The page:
Friday, October 20, 2006

When North Korea starts worrying about its image...

Gijeong-dong (DMZ), North Korea
(Image from Wikipedia)

Kim Jong-il must have realized that he's not getting his more reasonable side aired in the Western media, so he's let that shifty-eyed talking head of the DMZ, General Ri Chan-bok, 'splain things about life in wartime to CNN's Diane Sawyer:
Bok to Sawyer: N. Korea Has No Terror Ties
No terror ties? That's good to know. Of course, this is the same Ri Chan-bok who in 2005 ("Pyongyang reveals its hand," Asia Times Online, May 21, 2005) assured Selig Harrrison that:
There's no need for a [nuclear] test, and we don't want to have one, even one underground, because of the fallout.
Well, they had one anyway, didn't they, and the worldwide fallout has indeed been bad -- bad enough to force General Bok to go on his charm offensive and utter charmingly offensive things like:
War is inevitable.... Here, on the peninsula.
Inevitable, that is, if the sanctions continue in an effort to force the North "to kneel down." Well, I hope that Bok's as wrong about war's inevitability as he was about the North not wanting to test its nuclear weapons.

Bok also said -- speaking not only for himself but for all the people of North Korea -- that President Bush should stop dissing the DPRK with his talk about it being "the axis of evil," "the outpost of tyranny," and "an unacceptable government that makes its own people hungry."

I don't recall Bush recently using the expression "axis of evil," but I'd agree with General Bok that Bush shouldn't have used the word "axis" four years ago because Iraq, Iran, and North Korea have never turned around a common axis. The plural form, "axes," would be more precise. Good call, Bok.

For whatever it's worth, Bok also claimed that the North doesn't insist on the bilateral talks with the U.S. that it's been insisting on but is willing to return to the six-party talks that it's been refusing to attend ... if the sanctions are lifted.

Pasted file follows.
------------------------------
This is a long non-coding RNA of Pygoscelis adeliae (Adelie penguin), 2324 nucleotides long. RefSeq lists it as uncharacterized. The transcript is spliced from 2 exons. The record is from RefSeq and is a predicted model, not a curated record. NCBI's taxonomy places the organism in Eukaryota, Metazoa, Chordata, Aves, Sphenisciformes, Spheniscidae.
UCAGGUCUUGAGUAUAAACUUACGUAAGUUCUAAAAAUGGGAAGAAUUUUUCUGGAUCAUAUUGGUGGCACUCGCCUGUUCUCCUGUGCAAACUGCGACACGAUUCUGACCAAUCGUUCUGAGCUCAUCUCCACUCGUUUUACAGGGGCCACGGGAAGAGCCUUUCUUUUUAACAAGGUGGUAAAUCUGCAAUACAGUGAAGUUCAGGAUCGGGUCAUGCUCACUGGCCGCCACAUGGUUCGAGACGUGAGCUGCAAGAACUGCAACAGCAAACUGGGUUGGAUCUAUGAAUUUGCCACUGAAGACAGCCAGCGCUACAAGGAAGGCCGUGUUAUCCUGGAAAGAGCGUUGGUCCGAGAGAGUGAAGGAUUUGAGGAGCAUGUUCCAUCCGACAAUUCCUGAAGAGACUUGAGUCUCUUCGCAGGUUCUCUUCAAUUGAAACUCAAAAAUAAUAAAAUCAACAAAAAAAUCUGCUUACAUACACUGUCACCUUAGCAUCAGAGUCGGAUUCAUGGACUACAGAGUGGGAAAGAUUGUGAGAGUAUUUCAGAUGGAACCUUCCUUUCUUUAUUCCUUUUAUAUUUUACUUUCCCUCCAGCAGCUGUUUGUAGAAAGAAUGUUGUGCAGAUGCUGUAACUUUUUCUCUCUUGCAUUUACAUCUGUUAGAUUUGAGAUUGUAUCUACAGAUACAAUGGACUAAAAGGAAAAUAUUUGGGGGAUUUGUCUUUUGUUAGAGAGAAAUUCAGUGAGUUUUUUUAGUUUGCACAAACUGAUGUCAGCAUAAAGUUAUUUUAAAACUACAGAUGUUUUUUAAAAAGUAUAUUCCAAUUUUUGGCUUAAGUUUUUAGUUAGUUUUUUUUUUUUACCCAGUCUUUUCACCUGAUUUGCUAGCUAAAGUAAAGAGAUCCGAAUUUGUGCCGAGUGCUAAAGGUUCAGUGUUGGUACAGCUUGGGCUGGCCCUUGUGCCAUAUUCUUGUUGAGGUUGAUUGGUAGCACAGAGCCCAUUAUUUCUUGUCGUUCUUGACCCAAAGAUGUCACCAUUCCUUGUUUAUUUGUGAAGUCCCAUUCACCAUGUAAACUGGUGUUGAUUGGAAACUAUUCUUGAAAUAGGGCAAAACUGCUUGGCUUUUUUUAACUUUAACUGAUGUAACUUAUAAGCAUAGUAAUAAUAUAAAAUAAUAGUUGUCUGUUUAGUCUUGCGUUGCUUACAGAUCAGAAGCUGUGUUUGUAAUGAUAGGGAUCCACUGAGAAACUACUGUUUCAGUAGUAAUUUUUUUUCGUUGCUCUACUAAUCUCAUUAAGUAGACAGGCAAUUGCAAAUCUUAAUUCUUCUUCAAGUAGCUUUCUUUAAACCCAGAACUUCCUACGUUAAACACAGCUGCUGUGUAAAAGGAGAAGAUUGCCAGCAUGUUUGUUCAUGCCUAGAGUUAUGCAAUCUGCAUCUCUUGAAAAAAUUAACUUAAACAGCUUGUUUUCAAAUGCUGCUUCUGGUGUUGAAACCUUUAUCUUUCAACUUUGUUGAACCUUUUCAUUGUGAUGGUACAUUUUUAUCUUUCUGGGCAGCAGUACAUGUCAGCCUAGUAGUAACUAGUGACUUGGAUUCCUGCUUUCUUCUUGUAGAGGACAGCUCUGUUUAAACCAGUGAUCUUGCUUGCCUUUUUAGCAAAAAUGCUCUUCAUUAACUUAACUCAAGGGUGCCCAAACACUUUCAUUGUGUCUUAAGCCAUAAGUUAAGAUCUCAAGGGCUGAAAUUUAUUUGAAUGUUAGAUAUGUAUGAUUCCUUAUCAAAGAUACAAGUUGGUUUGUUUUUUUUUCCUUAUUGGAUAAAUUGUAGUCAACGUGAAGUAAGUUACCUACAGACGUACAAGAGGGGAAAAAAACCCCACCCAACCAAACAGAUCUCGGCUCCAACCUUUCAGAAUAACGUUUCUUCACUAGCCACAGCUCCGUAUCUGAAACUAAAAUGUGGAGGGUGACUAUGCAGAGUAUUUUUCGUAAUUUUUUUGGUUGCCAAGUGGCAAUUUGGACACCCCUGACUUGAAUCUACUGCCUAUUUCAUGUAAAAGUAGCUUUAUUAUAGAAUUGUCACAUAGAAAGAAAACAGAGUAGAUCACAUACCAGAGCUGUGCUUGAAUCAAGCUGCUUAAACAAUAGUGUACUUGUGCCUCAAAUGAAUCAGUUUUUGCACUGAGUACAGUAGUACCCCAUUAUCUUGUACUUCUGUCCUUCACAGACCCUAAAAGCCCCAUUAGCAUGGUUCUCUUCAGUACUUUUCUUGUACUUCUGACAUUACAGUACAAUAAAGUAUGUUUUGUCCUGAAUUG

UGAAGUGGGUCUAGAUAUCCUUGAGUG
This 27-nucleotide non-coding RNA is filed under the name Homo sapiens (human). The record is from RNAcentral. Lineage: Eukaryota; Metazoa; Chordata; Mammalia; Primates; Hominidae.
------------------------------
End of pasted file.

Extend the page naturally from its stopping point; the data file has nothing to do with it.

Sanctions, eh? I guess that Kim Jong-il must be running out of cognac.



At 12:44 PM, Blogger Jessica said...

Maybe Bush confused his foreign policy with the board game?

Forgive the inappropriate metaphor, but what is the fallout of last week's test among South Koreans? I wonder in many ways what exactly is being tested.

Wishing you peace.

At 12:53 PM, Blogger Horace Jeffery Hodges said...

Maybe, Jessica, or he might have been thinking in more theological terms ... or both.

The South Koreans are divided between those who blame the U.S. and those who blame Kim Jong-il. I don't recall the exact percentages.

I think that the North is sending multiple messages -- with one stiff message being directed at China (which you might have read about some posts back).

Thanks for the wish for peace.

Jeffery Hodges

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At 10:38 PM, Blogger Al-Ozarka said...

"...because Iraq, Iran, and North Korea have never turned around a common axis."

Umm...uh...."Death to America!"? "Give us what we want or we'll give you what you DON'T want"?

Bush, however many mistakes he has made, was dead-on accurate about the axis, IMH(cough, cough)O. It has sure flushed them out and into action. We can now SEE our enemies for who and what they truly are.

If Americans could only see its enemy within...

But Ahm jest an ignernt heelbeely.

At 10:42 PM, Blogger Al-Ozarka said...

BTW, Jeffery--your "China" theory seems to be emerging as more than just a theory.
I'm glad you're here, mate! (or there... heck! I'm glad you're ANYWHERE!)

You are a teacher.

At 6:11 AM, Blogger Horace Jeffery Hodges said...

Daddio, I meant that the three countries weren't aligned ideologically and materially supporting each other and thus didn't have a common axis in the sense that the WWII Axis Powers had one ... assuming that this is what Bush meant (which is how I took his words at the time).

As for China, we'll see what happens. I've seen some reports that North Korea 'regrets' having tested its nuclear 'bomblet' -- probably because they're worried about China cutting off the energy supply. The North Koreans can talk big, but they don't really have the power to carry through on their boasts.

Jeffery Hodges

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